Summer break is here and so are the kids! Holy moly!
I love those little humans, but wow, they have some serious energy. Something I noticed nearly a week into their summer vacation is how much they observe what we do and how much more they are processing it now than when they were a little younger. Yes, I am not dull to the fact that children are always watching, but as children get older, their questions about your actions become more guided and pointed, much like the question that my 6-year old asked me the other night.
No, it was not anything about the birds or the bees, thank goodness . . . it was about me and my actions. Since they have been home, they have really noticed how much I work and how hard our jobs as dairy producers can be. He has noticed the pain in my eyes or the limp in my leg after pushing myself too far, and he now sees why I am so tired at times at the end of the day. My little boy is growing up watching his father work as hard as he can.
As we sat down for dinner the other night, he asked me, “Dad, if you are the boss, why do you work so hard?”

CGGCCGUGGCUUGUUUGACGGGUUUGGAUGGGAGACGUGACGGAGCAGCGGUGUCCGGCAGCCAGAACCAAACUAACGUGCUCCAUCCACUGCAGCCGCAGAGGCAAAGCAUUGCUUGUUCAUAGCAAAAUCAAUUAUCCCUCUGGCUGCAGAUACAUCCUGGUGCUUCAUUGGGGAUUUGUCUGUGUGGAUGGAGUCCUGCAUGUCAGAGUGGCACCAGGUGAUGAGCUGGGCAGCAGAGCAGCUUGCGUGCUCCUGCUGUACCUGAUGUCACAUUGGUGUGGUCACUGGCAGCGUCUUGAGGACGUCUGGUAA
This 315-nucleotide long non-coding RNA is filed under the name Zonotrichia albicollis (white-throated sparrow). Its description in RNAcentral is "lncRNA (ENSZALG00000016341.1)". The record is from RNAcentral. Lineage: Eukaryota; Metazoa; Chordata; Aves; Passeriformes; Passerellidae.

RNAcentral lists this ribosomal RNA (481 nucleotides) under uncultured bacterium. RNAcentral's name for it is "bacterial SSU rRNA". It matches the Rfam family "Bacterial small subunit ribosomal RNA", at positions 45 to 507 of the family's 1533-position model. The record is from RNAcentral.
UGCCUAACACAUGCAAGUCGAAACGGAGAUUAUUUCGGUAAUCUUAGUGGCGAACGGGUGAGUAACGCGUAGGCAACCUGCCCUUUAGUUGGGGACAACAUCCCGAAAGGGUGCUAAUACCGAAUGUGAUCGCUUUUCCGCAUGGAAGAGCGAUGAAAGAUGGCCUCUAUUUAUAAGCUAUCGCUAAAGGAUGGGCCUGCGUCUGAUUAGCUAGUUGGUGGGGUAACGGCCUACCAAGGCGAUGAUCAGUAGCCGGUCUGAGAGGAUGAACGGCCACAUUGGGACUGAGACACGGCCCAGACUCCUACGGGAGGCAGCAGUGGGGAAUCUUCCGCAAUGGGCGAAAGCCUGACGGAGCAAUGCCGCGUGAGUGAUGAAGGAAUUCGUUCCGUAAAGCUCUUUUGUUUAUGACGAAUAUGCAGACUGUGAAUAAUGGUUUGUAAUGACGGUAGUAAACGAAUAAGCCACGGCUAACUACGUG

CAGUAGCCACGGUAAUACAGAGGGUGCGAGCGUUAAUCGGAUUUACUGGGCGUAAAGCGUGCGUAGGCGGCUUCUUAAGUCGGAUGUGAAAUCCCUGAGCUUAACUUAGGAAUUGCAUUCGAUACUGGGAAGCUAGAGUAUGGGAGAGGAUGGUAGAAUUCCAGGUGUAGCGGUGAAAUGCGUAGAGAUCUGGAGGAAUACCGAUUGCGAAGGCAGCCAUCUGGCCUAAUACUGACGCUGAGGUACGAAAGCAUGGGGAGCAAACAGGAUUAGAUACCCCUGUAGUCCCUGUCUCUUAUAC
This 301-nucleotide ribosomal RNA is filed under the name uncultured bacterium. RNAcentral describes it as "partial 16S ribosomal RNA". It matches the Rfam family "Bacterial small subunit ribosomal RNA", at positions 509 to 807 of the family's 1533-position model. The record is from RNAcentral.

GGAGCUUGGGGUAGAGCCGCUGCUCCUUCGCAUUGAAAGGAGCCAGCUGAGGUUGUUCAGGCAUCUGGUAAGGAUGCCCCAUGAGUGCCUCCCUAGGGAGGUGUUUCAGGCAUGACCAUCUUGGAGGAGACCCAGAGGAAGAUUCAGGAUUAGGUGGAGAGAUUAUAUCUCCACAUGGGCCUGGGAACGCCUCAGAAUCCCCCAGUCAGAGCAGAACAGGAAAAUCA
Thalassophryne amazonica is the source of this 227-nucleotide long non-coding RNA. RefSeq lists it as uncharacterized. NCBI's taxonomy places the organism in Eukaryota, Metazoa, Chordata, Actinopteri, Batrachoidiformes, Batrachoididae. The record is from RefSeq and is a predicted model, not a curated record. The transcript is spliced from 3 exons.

It was a great question that many people likely cannot answer themselves. My response was something that has been passed down in my family for generations, and now I got to pass it down to him. I told him that a boss is supposed to be a leader, and a leader is someone who leads by example and works alongside his team. A leader is someone who will never ask another person to complete a task that they themselves have not done or wouldn’t do personally if needed.
So many times, we forget what it means to be “In Charge.” Too often people see the “Boss” position as a symbol of entitlement instead of a place of humility and grace. Being the boss means you never clock out, you get the jobs no one else wants, and you get to receive the repercussions of the mistakes made by the team. Being in charge is so much more than sitting atop the totem pole, it’s about working with your team, supporting your team, and celebrating with your team when you all succeed.
Being the boss is about being an individual who people want to follow, not one they have to.
Remember, if you are the leader and no one is following, you’re just taking a walk.
Tyler Ribeiro is a fourth-generation dairy farmer born and raised in California. He is currently partners with his father at Rib-Arrow Dairy in Tulare where they proudly ship their milk to Land O’Lakes. Tyler is actively involved in the dairy industry, holding leadership roles in various organizations locally and across the United States.